Wake Forest looked different during Duncan’s junior season in 1995-96, as Childress graduated the year prior and was now in the NBA. Childress’s departure increased Duncan’s scoring load, improving his average from 16.8 points to 19.1 per game. The Deacons finished with a 26-6 record and 12-4 in the ACC to capture the ACC crown once again, and Duncan won the Defensive Player of the Year for the second time and ACC Player of the Year for the first time. The Deacons would advance to the Sweet 16 once again, but Duncan came down with the flu that caused them to miss their shot at a Final Four appearance.


In 1996-97, Duncan’s final season as a Deacon, he would be moved to the power forward addition, with the addition of 7-foot-1 center Loren Woods to ease some pressure off Duncan in the paint. Wake Forest would win their first 13 games of the season that year, but would fail to win their third consecutive ACC title after a midseason slump. Duncan averaged 20.8 points, 14.7 rebounds, 3.2 assists and 3.3 blocks per game, looking like the unanimous No.1 pick for the 1997 NBA Draft, with teams like the Spurs and Celtics tanking for a chance to select the promising Deacon forward.

He won the Defensive Player of the Year for the third straight season, while also adding to his trophy case by being named the Naismith College Player of the Year, a All-American First Team selection for the second time and winner of the Oscar Robertson trophy. Duncan graduated from Wake Forest in the spring of 1997 to fulfill the promise he made to his mother before her passing. He would go on to become the No.1 pick in the 1997 NBA Draft by the San Antonio Spurs, who were coming off one of their worst seasons in franchise history, with a 20-62 record, due to their star center David Robinson suffering injuries to his back and foot that limited him to just six games that season.


Duncan would not only be forming a “Twin Tower” tandem with Robinson, but he would also form a great relationship with Spurs head coach, Gregg Popovich, throughout his career, who was the one and only coach he ever played for in the NBA. He would show why he was the No.1 pick in 1997-98 by averaging a double-double of 21.1 points and 11.9 rebounds per game, along with 2.7 assists and 2.5 blocks. Duncan was so great he not only won the 1998 NBA Rookie of the Year Award, but also was named an All-Star and an All-NBA First Team selection as a rookie! Yes he was that good!


The great Charles Barkley even had high praise for the new kid in town dominating the league when he stated, "I have seen the future and he wears number 21.” The future he was, as he would become known as “The Big Fundamental” due to his dominant yet boring style of play. He was the driving force of the Spurs dynasty from the moment he came into the league in 1997.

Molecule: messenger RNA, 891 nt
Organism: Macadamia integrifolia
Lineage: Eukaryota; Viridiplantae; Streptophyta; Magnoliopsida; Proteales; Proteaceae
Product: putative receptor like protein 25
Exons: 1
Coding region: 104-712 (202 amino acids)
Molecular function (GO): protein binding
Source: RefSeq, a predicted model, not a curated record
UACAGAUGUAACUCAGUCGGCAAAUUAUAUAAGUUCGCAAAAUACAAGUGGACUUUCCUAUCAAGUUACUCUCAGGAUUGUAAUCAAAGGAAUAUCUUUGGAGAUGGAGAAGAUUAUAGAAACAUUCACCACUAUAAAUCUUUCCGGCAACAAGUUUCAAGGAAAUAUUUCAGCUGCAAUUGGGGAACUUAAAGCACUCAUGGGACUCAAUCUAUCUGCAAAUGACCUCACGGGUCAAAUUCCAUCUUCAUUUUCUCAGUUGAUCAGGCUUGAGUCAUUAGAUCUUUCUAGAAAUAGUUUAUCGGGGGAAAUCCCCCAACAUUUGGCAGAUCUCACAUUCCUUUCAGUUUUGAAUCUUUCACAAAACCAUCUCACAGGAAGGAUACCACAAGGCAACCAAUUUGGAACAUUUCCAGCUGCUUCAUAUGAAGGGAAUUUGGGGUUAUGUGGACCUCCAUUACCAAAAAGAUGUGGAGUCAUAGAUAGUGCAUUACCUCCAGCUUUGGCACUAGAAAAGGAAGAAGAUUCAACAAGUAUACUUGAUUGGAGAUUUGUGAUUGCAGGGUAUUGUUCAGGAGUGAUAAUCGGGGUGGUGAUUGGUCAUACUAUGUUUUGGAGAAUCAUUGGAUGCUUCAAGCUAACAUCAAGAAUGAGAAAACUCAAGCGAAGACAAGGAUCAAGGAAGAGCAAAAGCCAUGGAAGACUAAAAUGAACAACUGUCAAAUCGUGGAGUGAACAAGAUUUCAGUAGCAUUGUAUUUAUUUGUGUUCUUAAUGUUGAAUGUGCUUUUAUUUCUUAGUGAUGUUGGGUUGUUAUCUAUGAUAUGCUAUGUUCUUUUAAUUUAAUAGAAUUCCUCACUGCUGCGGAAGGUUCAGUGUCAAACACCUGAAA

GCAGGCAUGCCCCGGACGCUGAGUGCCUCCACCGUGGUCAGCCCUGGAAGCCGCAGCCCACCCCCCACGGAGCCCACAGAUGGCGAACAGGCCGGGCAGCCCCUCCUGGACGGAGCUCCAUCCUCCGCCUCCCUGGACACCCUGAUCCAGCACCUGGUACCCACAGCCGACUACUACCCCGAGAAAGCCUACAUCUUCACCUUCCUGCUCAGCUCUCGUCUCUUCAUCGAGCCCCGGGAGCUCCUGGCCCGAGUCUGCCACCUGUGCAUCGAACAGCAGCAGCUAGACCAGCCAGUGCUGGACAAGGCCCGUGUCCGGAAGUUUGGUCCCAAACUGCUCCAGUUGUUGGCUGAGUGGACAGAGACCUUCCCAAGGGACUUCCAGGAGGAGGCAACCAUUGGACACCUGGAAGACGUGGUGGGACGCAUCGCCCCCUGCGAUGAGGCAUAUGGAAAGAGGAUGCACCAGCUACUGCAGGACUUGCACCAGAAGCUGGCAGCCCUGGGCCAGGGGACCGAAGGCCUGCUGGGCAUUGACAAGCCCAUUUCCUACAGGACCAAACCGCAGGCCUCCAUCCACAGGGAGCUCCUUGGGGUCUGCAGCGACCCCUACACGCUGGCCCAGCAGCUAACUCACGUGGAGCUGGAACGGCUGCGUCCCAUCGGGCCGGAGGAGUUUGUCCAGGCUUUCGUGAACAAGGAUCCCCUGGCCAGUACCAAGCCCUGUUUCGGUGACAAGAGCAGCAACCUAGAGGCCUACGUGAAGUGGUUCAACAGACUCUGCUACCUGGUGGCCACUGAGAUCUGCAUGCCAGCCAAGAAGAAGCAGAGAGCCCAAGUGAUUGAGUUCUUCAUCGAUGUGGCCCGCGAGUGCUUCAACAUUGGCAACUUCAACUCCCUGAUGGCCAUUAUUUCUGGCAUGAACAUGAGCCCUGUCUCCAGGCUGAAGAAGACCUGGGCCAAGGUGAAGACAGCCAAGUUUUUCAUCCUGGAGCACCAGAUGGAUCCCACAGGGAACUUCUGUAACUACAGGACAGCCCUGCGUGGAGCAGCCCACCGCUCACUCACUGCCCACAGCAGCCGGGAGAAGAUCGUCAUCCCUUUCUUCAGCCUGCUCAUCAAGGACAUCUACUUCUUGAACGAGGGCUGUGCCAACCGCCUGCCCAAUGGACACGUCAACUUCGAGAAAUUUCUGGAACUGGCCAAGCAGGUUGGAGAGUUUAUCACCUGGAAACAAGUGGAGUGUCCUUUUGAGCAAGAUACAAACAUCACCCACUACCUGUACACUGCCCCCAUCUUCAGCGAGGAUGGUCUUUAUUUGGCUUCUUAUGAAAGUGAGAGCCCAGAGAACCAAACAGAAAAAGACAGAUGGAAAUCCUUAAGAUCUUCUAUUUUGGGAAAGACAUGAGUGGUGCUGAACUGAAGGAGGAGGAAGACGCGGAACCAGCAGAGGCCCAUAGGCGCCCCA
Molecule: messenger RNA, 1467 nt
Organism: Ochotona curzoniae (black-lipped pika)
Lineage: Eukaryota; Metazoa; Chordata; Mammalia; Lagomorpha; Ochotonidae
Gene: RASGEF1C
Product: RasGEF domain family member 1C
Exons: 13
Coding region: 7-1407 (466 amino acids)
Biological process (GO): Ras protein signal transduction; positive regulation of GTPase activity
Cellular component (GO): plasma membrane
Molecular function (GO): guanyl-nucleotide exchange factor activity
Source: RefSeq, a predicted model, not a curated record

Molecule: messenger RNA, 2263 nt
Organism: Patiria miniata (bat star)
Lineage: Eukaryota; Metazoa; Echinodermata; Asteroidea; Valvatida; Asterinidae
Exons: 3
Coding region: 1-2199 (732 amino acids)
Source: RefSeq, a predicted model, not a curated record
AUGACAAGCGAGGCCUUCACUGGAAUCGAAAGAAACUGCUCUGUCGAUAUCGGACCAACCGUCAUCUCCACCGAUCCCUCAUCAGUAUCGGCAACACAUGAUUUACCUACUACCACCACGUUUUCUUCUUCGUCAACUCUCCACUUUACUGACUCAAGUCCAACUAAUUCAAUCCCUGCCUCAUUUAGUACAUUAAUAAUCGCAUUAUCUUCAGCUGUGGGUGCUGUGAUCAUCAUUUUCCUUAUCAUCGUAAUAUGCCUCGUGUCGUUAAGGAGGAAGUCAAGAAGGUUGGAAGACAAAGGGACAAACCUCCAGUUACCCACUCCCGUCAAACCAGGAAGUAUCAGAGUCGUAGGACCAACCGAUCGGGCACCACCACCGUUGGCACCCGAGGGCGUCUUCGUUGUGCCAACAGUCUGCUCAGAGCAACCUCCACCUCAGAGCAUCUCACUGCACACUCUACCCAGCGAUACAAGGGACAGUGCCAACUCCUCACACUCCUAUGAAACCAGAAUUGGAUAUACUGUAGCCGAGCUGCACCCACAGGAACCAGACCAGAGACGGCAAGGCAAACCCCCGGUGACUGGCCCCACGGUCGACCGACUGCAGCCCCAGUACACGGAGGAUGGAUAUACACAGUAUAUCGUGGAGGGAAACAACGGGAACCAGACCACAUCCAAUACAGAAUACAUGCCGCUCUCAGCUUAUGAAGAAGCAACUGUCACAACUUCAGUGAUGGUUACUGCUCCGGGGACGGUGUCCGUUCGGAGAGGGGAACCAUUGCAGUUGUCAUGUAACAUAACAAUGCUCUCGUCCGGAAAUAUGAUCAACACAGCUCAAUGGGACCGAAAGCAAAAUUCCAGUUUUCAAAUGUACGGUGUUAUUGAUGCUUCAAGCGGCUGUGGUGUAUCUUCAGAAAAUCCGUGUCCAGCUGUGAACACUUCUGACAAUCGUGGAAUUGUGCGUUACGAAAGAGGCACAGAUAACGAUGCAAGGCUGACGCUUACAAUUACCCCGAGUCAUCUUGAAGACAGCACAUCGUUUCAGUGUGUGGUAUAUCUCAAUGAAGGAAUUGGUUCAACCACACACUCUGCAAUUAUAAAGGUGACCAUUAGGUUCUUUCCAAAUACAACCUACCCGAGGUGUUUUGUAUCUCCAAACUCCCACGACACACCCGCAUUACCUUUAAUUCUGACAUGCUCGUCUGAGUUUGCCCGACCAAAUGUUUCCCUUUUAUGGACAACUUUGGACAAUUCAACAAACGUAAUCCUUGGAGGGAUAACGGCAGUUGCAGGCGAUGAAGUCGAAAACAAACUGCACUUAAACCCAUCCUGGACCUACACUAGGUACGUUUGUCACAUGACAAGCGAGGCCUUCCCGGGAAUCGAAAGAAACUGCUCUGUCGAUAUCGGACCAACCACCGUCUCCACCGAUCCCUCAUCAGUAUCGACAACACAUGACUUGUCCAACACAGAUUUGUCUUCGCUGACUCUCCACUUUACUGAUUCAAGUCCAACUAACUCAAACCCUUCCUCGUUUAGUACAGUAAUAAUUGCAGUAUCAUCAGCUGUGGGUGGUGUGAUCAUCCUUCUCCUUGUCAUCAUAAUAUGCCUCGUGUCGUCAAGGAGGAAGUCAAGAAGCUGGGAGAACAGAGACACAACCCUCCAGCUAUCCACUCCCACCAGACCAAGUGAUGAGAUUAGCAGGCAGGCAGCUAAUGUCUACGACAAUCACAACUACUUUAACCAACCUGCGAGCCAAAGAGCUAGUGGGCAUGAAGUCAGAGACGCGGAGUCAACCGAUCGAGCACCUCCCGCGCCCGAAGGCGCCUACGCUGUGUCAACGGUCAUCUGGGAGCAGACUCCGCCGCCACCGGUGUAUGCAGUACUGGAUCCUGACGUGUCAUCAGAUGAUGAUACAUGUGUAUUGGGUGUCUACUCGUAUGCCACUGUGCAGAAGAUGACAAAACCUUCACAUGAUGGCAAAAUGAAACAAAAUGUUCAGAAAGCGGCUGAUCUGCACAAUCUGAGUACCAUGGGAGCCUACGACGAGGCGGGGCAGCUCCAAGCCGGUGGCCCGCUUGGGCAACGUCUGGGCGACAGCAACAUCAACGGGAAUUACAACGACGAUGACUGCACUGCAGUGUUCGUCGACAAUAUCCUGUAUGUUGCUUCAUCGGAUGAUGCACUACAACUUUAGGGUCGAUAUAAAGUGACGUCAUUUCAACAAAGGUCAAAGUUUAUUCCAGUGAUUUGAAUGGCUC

He helped lead the San Antonio Spurs to all of their five NBA championships in franchise history. He and Robinson formed one of the most dominant Twin Tower pairings in league history, which culminated in two championships together in 1999 and 2003. He won back to back MVPs in 2002 and 2003 and has three Finals MVPs to his name, and in one of those Finals games he almost accumulated a quadruple double! He’s a 15-time All-NBA member, 15-time all defense, 15-time All-Star, the 1998 ROTY and perhaps the best defensive player of all time to never win a Defensive Player of the Year award.


Duncan wasn’t the flashiest player, and he was probably the most quiet, boring superstar in league history, but the impact he made on both ends was incredible. He’s the only player to ever win a championship in three different decades (1990s, 2000s, 2010s) and has the most wins of any player on one team, with 1,001.He also has the most wins, 575, by a trio, with NBA legends Tony Parker and Manu Ginobili. He’s one of four players to be named the Finals MVP three times or more — the others are Michael Jordan (six), LeBron James (four), Magic Johnson (three), and Shaquille O’Neal (three).


Duncan had 17 consecutive 50-win seasons and is one of four players (Kobe Bryant, John Stockton, Dirk Nowitzki) to spend 19 or more seasons with one franchise. He was the ultimate competitor, a true team leader and by far the greatest power forward of all time.


He is "The Big Fundamental!"